Singapore is a great place for many things, including starting a business. What are the pros and cons? Four entrepreneurs spill all.
So you’ve always dreamed of bidding farewell to corporate life and becoming your own boss? It’s not as easy as it looks. For every success story, there are plenty of entrepreneurs who made mistakes and business ideas that flopped. There’s so much you need to know about starting a business in Singapore, from administrative processes to finding your tribe and building connections in networking groups. The best way to learn? From the experts, of course. These entrepreneurs have built successful businesses, and they’re here to spill the beans on the most rewarding and challenging aspects of starting one in Singapore.
Starting a business in Singapore: The best and worst parts
1. Ana Mackay, 35
Founder of Ana Mackay Osteopathy
The best part of starting my business in Singapore has been the incredible word-of-mouth support of other professionals in my industry, mentors and patients as I branched out on my own. There’s a caring sense to helping others grow, especially from those who have already “been there, done that”. I really appreciate my former boss encouraging me to start my own brand. I absolutely love treating the women and babies of Singapore. These mums have been diligently spreading the word about our work and I can’t thank them enough.
The worst part was the paperwork at the beginning. I wasn’t used to managing documents and business banking on my own. It was months of difficulty trying to get everything in order. However, I was lucky to get recommended to Assembly Works. They gave me excellent tips, my employment pass application was shortly accepted, and now we’re off!
2. Shireena Shroff Manchharam, 39
Life coach and founder of Getting to Happy
The best and worst things about starting a business in Singapore are actually the same. I believe the close-knit, small community makes it so easy to collaborate, know the market, and get tremendous support as an entrepreneur. Because of our community size, reaching out to potential partners or getting in front of the right people to pitch is simpler in a smaller market.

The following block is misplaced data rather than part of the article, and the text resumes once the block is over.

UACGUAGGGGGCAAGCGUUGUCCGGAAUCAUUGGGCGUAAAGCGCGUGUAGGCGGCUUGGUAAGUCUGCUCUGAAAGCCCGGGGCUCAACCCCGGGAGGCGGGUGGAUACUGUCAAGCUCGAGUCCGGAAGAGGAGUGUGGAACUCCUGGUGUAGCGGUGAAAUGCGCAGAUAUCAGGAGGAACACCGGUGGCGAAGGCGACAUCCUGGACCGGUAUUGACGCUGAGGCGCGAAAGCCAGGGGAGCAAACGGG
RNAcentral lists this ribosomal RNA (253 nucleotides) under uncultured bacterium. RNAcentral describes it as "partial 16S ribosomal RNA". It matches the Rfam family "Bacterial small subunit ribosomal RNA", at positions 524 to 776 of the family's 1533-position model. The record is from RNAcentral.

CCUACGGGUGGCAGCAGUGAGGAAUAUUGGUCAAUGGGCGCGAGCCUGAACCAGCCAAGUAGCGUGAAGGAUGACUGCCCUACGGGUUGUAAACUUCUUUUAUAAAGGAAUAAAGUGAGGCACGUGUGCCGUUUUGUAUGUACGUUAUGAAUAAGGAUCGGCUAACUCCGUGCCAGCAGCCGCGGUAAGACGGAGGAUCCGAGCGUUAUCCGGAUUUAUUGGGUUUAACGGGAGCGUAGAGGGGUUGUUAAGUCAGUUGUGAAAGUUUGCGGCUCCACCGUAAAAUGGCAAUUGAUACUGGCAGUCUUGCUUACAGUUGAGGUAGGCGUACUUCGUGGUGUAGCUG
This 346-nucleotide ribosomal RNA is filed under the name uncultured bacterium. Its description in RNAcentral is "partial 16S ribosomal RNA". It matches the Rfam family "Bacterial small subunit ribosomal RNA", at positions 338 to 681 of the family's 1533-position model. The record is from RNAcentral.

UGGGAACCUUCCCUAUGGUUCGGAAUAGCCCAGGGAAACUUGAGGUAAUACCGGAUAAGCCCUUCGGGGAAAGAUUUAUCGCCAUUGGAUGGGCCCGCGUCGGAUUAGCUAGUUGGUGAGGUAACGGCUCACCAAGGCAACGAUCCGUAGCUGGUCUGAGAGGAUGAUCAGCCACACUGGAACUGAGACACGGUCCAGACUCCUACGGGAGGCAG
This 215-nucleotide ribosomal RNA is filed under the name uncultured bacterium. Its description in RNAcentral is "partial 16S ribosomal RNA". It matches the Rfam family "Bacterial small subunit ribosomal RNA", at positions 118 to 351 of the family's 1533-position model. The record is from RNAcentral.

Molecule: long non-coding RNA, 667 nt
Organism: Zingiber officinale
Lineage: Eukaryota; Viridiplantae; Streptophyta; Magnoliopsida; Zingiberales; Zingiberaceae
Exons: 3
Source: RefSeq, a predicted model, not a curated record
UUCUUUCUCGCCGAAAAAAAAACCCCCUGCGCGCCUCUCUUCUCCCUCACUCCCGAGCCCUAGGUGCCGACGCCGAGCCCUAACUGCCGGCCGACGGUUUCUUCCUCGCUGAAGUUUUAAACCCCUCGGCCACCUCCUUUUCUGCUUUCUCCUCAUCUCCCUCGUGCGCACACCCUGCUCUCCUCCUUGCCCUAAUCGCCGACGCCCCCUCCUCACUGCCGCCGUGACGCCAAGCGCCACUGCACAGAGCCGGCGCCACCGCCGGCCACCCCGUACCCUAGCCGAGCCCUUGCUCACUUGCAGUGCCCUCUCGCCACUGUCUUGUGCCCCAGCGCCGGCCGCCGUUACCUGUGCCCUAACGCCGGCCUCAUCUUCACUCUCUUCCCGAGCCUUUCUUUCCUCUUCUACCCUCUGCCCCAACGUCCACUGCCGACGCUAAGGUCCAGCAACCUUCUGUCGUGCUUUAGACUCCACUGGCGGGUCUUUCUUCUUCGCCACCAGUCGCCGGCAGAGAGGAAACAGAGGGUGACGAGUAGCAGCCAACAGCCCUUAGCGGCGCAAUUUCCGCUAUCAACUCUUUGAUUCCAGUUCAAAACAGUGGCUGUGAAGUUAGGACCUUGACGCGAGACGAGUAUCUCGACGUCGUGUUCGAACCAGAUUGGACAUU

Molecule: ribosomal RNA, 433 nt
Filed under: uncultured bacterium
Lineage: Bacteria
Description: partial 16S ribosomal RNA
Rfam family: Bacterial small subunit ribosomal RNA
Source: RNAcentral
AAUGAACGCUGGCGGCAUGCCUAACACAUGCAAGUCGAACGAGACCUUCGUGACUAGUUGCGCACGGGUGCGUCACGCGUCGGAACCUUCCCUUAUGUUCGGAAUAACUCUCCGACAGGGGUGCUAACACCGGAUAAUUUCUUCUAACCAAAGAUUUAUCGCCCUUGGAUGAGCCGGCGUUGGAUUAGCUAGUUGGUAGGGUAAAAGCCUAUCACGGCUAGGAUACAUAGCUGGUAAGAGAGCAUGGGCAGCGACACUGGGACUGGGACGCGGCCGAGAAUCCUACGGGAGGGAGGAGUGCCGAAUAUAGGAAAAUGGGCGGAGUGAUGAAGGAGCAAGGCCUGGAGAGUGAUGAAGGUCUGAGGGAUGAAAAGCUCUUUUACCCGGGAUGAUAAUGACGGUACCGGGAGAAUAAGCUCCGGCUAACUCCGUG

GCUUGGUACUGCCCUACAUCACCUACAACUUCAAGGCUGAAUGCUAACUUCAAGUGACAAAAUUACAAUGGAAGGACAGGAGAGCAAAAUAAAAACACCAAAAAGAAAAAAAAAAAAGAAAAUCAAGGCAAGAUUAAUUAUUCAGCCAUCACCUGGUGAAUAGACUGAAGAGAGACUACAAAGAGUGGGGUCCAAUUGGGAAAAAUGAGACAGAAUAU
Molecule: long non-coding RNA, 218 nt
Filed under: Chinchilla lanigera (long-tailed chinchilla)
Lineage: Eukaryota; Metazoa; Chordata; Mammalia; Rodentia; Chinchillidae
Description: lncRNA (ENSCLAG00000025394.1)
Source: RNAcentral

Once a business is established here, the chances of being a “big fish in a small pond” can happen quite rapidly for certain brands and businesses. On the flip side, the same close-knit community has its limitations when a business starts to grow. I hear this often from business owners and entrepreneurs who find the market too small and face challenges growing and attracting new customers.
When I had my handbag label, House of Sheens, I felt a similar paradox. We were one of a handful of local labels selling exotic skin accessories, but after several years, we found the market well saturated. If you’re starting a business and looking for support, government funding, and accessibility to all kinds of people, Singapore is a great place. Simultaneously, it’s important to keep expansion outside Singapore in mind once your business starts to grow.
3. Puja Bharwani, 44
Starting a company in Singapore is an efficient and bureaucracy-free process with ACRA (the Accounting and Corporate Regulatory Authority). The requirements for incorporating a company are straightforward and the procedure is simple. It takes a couple of hours to incorporate a new company and the annual compliance requirements are simple with no complex paperwork.